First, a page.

Magadan is surrounded by mountains on three sides. Directly south is the radioactive beach and the mouth of the harbor. On the ridge of the eastern mountain chain, there are three white balls, some kind of radar installations or observatories. Whom ever I ask tells me something different.

We come to the edge of the city, and get on a trassa (gravel road). Andrei is driving very fast. Then the trassa ends and Andrei warns me that things are about to get “extreme.” Now we’re in a dried up river bed, full of boulders the size of love seats, and Andrei is still driving as though this was a company car. It is impossible to describe the shaking I experienced that night. I was sure that the YAZ was going to shit the bed. I was willing to bet my return ticket on it. After the third time my head smashed against the headliner, I realized that holding on to the little handle above the back door, with white knuckles, was not enough. So with the hand that wasn’t holding the frothy Baltika, I reach down under the seat a feel around for something to hang-on to. Thank God I found a bar down there and clutched it for dear life. It was like riding a mechanical bull, while drinking.

Finally we reached the summit. And the view can only be described as science fiction.

Ok here we go: I’m standing on a mountain peak, the sky is clear, I’m facing west and the sun is day glow orange three degrees above the horizon. On my left is the mouth of the harbor and the Pacific. Below me is Magadan. But the tuman clouds have completely swallowed the city. These are weird terrestrial clouds that roll in from the ocean. But in the middle of the city, the tuman clouds form a huge vortex around the city arial TV antenna.  The low sun paints the vortex yellow and orange. Wow! Behind me is the other harbor, known  officially as Nuclear Beach, and off in the distance is the Horses peninsula. Oh, yeah… and I’m standing next to a three huge white domes.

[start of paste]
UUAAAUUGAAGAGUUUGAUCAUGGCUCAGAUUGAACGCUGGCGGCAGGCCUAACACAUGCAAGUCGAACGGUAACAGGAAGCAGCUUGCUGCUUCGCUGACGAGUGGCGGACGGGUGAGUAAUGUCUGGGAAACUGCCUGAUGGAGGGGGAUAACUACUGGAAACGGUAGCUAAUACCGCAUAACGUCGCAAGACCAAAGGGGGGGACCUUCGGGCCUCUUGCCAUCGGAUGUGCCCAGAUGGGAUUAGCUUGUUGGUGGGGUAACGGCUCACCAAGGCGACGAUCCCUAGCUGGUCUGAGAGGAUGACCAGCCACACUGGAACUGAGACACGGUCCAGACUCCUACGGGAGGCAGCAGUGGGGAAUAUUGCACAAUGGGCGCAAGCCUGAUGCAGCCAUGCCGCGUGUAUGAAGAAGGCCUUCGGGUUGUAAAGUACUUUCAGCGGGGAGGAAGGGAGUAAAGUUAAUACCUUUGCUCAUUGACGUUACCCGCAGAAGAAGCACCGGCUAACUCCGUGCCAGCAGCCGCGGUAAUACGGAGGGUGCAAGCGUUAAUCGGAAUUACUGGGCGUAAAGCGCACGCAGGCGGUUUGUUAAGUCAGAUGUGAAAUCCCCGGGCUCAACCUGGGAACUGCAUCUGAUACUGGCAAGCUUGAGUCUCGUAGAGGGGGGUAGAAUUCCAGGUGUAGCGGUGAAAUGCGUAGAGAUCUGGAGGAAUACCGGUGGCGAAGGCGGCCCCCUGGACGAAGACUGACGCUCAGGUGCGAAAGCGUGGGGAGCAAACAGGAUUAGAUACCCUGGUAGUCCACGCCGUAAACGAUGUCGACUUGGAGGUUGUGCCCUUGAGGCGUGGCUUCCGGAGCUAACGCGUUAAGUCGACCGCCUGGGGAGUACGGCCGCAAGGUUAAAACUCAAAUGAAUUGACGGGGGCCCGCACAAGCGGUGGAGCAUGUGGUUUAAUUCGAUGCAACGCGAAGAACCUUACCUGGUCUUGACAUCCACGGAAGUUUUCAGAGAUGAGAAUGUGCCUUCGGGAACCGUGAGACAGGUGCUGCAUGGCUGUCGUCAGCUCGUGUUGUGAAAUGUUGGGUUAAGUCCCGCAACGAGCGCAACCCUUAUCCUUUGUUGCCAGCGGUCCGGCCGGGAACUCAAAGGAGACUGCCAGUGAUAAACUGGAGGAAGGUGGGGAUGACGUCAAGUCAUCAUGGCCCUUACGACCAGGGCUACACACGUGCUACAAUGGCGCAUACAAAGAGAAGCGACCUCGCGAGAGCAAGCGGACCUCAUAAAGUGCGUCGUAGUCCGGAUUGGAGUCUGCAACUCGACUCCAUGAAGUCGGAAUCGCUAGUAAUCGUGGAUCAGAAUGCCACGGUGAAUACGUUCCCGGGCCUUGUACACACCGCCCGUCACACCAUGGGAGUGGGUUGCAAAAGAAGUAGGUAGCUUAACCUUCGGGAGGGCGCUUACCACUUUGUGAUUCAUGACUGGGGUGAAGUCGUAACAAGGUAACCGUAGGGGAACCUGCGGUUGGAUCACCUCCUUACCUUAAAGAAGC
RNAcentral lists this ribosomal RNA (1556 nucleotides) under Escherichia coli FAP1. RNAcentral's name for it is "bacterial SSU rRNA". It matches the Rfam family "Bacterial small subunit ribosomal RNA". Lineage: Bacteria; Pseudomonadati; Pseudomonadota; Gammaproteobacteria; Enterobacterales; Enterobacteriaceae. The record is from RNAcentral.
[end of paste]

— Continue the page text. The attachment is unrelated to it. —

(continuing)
The domes are abandoned. It looks as though they were never used. Inside the largest one, I entertained the others with my famous Chevy Chase Caddy Shack impersonation. The echo in the dome made it all the more amusing. I think Andrei wet his pants, just a little.

There is always something to do in Magadan.

—–

Next: Atom Tan

[photo: fishing for salmon in the Sea of Okhotsk near Magadan. Totally unrelated to above story– sorry]

Summer Babe

For all the bitching and kvetching that I do about Prague during the late winter, man it’s hard to beat this place in the spring and summer months. Above is the view this morning on the way to teach class at 8am. This week is part of the fortnightly stretch where god turns the color knob on the apple blossom trees to ‘fluffy pink’.

Speaking of improved weather, I was happy to discover yesterday that ‘summer’ produces the following unexpectedly solid playlist in my iTunes (as always, click for larger image):

The Siberian Basketball Diaries, Part Seven

[ed note: the following is an excerpt from the travel journal of my old high school friend Andrej Mucic. In 2005, Andrej bicycled over 7,000 miles through Siberia to raise money for the American Anti-Slavery Group. Previous installments start here.

In the last installment, Andrej has been set up with a girl by the enigmatic Chechens Mohamed and Vaslan in the city of Susuman. In this- maybe my favorite- entry, he meets the girl Marina.]

—–

Subject: In the Den of the Chechens, Part Two: Marina’s Dream
6/22/05

The handsome Chechen, Vaslan, calls a girl named Marina and arranges a date. I speak to her on the phone and she demands that I speak English as proof that I am indeed an American. She giggles a lot. Vaslan describes her as a real beauty, and he makes the universal hour-glass motion with his hands.